Bibliography of Brian J Ford

Book jacket

The Optical Microscope Manual

205pp, UK Edition, ISBN O 7153 5862 6, Newton Abbott: David & Charles, April 1973, 3.25.
US Edition, New York: Crane, Russack, ISBN 0 8448 0157 7,
Australia & New Zealand Edition, Aukland & Sydney: Reed International, ISBN 0 589 00874 X.

From the publisher's jacket notes:

THE OPTICAL MICROSCOPE MANUAL Past and present uses and techniques

The traditional microscope—lacquered brass and black enamel—is a familiar picture, and there is no shortage of books that look back at early microscopes. But how did they work? How were they used? The laboratory worker takes the instrument for granted—but who first used Canada Balsam? Why is a slide a slide? When did coverslips appear? And how were specimens examined before modern methods arose?

The story that emerges creates some intriguing new approaches. It seems, for example, that the master genius Leeuwenhoek, the greatest microscopist of all, plagiarised someone else’s ideas. And Hooke, the greatest of the pioneer British microscopists, made some foolish errors of interpretation that (even in his era) it is hard to credit.

By following the influence of each generation’s ideas on those that followed, this book traces the gradual evolution of microscope technique. The emergence of mountants, the discovery of staining, microdissection—the whole range of endeavour is described up to the present century. The author also deals thoroughly with all modern methods, including mineral preparation, plant and animal histology, fluorescence microscopy, the best way to select a microscope, setting up the instrument, and the location of faults in adjustment, making this book a useful practical handbook for the working microscopist.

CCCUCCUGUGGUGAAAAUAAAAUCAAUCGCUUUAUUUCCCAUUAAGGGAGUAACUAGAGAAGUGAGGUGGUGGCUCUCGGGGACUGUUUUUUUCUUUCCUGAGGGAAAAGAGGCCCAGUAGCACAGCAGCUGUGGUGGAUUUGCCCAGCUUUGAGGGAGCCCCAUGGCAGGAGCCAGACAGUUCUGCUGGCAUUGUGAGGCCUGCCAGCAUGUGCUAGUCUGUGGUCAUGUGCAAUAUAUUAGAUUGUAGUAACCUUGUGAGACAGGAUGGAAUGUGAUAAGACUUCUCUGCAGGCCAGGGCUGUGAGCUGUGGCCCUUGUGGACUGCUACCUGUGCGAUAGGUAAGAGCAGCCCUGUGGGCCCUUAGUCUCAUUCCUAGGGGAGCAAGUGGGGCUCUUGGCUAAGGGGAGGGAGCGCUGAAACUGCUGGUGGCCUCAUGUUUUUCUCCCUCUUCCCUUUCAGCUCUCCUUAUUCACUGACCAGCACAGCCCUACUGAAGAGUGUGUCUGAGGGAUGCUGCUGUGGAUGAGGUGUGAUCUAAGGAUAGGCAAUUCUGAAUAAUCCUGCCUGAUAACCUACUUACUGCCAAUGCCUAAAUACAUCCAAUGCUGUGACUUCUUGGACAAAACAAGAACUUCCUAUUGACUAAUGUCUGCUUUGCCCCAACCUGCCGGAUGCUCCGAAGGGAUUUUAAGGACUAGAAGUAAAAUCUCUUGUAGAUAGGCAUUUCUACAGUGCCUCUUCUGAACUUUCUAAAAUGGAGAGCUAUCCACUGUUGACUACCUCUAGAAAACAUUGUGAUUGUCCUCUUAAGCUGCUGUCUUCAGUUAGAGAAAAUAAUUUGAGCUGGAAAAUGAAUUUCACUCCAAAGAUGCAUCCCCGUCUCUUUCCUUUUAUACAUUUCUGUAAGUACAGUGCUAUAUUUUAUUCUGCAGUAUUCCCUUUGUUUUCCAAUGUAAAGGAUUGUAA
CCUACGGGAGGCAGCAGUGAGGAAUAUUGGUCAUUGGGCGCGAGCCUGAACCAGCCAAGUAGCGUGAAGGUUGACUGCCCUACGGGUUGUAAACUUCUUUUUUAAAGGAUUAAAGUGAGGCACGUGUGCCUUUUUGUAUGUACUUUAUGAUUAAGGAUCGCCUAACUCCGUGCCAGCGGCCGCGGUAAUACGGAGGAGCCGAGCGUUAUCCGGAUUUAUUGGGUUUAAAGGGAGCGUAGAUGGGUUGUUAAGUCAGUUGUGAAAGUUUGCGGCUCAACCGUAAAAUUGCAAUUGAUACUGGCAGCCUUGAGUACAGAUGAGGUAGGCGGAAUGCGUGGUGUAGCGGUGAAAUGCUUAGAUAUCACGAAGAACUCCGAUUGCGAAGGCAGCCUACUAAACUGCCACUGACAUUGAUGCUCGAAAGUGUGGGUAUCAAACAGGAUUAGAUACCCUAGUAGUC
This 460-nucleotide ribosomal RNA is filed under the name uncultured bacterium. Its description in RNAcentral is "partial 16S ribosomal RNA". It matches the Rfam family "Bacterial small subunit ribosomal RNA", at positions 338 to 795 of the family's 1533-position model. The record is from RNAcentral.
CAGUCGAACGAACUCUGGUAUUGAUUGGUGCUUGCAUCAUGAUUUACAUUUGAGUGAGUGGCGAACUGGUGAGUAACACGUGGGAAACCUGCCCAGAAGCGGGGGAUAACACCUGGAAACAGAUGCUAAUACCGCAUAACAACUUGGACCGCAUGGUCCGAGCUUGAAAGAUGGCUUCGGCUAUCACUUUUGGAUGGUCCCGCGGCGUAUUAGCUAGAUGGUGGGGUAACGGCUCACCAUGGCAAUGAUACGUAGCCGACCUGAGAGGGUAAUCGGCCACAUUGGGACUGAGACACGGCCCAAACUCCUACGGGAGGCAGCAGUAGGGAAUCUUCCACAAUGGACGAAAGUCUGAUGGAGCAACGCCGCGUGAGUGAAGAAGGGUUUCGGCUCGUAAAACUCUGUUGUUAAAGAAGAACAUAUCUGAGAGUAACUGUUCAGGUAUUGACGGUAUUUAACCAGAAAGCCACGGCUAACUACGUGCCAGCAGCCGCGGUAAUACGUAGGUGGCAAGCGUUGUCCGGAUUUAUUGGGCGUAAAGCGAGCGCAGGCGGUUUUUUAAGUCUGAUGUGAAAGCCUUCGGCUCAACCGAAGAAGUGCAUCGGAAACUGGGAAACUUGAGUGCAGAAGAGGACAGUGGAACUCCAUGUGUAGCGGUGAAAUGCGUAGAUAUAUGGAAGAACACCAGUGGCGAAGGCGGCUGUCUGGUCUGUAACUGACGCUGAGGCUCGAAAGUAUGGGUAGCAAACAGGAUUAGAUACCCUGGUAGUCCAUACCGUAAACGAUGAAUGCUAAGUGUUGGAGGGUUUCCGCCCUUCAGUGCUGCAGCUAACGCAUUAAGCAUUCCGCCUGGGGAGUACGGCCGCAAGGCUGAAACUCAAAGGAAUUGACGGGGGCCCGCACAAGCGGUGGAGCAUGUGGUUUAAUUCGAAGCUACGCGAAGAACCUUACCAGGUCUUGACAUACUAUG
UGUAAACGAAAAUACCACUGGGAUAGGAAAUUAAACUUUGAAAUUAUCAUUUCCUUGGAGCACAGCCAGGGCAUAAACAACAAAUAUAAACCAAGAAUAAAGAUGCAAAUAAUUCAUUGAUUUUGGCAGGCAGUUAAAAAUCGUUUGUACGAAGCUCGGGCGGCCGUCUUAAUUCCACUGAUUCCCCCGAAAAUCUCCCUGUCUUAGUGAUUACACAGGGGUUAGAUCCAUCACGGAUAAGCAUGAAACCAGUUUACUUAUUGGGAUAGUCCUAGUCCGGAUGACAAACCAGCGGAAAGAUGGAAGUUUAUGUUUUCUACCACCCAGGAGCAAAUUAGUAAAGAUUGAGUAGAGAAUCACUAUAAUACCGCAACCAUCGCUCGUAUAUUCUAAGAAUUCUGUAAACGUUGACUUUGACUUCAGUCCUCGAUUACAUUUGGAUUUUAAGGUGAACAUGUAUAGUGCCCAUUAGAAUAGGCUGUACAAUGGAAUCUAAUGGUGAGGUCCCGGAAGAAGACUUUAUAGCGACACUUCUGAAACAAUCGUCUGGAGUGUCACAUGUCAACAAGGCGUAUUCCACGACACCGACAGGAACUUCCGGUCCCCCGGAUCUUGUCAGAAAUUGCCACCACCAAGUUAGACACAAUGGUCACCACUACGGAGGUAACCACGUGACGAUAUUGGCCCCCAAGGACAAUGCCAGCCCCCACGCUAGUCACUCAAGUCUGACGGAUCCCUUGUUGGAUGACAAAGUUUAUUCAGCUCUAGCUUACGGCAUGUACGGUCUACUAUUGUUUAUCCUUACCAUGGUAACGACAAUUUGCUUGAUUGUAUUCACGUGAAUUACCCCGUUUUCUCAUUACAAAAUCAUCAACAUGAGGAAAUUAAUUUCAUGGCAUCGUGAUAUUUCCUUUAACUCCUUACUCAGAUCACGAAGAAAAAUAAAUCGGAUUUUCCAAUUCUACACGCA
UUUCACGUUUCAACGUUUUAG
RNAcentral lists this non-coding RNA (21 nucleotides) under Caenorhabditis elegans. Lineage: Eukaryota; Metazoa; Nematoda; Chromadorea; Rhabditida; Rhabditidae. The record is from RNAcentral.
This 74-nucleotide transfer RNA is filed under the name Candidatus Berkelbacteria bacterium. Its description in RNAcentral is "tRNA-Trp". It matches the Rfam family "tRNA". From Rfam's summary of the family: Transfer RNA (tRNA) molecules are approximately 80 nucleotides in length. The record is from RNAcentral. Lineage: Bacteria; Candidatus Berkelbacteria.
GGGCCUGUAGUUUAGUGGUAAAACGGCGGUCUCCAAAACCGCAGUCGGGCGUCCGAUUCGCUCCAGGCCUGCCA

Brian J. Ford, who is a frequent visitor to university laboratories in Europe and the United States, is now ‘semi-retired’ and divides his working time between the laboratory and writing. An expert on microscopy, his work features in many yearbooks and encyclopaedias and has been translated into many foreign ranguages—including Russian, and examples of his photomicrographs feature in a number of textbooks. He is the author of Microbiology and Food. He is a frequent contributor to scientific publications and has appeared on many radio and television programmes about science and society. He has also produced programmes and directed a series of short films for television.

f325 net in UK only

From the Australia and New Zealand edition:

THE MODERN OPTICAL MICROSCOPE is an indispensable tool in the study of any physical science and any student or teacher in these sciences requires a full working knowledge of its potential, operation and the handling of specimen for microscopy.

This book provides the essential information. After briefly studying the history and development of microscopy the author outlines the several different types of modern equipment and goes on to practical directions on setting up and using the instrument. The final chapter discusses objects to be studied--solid and particulate specimens, living and dead biological material, temporary mounts and permanent preparations.

Useful working illustrations, bibliography and index complete a thoroughly sound and up-to-d ate manual invaluable to students and teachers.

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